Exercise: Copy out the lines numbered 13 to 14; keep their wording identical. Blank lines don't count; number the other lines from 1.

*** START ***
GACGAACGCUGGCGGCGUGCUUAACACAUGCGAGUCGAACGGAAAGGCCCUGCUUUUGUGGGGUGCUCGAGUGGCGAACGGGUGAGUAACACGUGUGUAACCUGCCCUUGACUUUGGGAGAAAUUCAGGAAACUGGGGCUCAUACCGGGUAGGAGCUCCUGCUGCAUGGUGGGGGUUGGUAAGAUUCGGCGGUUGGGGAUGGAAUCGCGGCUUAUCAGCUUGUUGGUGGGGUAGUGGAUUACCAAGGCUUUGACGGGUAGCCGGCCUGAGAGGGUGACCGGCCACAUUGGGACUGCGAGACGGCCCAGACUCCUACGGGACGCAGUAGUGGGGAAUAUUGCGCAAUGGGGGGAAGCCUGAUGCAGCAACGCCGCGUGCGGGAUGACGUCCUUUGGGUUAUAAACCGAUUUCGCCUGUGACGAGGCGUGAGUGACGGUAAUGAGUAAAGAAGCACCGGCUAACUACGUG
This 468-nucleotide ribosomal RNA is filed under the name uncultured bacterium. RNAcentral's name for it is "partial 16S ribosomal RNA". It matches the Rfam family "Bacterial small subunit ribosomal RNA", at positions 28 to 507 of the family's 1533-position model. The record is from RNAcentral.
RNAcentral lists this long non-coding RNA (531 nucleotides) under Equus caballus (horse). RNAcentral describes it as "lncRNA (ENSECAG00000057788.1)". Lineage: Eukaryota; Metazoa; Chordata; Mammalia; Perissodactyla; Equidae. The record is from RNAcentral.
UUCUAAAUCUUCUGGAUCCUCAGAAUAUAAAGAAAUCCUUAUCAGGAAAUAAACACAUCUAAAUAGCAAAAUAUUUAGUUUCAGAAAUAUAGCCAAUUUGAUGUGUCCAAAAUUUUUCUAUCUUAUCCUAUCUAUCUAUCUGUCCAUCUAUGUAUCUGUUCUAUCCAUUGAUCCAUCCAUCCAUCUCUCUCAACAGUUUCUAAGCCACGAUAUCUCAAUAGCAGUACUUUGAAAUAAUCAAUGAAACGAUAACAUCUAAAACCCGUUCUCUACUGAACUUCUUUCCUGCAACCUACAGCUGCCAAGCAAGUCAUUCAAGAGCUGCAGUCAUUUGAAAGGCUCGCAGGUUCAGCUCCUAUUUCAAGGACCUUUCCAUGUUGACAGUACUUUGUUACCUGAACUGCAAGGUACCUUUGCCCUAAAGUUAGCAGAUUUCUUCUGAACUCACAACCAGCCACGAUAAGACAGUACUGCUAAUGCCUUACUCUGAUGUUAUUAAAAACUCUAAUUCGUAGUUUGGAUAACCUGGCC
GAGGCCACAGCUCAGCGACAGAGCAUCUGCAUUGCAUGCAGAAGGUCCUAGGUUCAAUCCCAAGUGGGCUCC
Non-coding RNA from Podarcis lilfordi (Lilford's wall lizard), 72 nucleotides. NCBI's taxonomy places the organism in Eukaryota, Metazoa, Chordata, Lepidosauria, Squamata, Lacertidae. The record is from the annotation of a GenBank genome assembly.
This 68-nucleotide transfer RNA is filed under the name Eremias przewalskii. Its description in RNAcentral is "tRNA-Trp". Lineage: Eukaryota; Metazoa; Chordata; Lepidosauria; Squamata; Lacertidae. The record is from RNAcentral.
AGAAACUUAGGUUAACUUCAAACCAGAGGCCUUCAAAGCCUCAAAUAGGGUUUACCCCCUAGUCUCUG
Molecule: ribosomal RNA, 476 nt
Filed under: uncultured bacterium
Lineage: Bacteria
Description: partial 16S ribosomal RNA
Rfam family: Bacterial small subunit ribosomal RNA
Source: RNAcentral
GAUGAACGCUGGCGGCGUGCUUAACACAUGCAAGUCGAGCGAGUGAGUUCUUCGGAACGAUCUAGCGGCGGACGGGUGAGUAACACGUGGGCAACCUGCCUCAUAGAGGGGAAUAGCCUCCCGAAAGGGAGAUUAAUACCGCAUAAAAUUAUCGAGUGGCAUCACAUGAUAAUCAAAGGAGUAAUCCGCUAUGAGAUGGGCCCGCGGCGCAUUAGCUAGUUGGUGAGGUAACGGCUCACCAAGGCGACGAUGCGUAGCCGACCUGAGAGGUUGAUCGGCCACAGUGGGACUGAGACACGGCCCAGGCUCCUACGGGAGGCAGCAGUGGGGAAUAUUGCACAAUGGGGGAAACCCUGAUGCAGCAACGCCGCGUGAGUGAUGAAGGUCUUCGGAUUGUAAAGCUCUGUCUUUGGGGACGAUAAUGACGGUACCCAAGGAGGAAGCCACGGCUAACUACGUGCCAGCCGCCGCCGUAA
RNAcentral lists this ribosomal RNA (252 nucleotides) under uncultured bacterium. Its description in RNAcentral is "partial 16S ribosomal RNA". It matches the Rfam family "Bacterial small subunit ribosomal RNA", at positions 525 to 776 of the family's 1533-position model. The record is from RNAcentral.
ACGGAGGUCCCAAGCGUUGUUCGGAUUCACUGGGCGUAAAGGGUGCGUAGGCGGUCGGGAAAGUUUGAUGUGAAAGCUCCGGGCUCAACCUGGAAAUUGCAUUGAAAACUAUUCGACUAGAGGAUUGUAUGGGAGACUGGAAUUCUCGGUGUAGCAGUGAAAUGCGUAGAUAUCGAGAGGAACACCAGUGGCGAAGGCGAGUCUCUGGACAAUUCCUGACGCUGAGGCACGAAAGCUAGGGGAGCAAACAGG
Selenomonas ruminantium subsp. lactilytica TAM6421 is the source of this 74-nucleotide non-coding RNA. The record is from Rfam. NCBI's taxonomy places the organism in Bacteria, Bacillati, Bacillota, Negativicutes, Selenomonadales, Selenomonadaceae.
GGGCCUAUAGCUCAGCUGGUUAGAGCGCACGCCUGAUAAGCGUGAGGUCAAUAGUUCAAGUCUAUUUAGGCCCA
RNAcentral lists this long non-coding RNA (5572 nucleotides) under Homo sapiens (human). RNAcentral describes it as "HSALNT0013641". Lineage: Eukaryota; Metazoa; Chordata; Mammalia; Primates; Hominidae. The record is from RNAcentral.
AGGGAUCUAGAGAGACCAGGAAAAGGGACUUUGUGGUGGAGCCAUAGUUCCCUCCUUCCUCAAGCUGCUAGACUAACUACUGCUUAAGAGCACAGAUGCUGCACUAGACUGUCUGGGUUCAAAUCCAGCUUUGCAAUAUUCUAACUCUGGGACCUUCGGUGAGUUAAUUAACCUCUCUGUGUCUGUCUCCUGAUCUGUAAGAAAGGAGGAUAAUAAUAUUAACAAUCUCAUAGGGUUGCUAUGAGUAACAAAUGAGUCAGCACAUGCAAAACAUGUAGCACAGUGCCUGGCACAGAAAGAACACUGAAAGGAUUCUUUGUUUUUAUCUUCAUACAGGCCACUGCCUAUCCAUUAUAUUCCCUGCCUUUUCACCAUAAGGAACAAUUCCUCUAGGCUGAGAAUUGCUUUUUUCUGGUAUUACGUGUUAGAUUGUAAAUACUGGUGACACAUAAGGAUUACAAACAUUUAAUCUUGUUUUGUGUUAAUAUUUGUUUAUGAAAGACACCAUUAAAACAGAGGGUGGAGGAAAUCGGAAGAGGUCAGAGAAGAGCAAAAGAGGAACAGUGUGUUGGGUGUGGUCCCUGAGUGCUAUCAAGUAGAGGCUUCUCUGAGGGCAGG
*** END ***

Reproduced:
Rfam family: Bacterial small subunit ribosomal RNA
Source: RNAcentral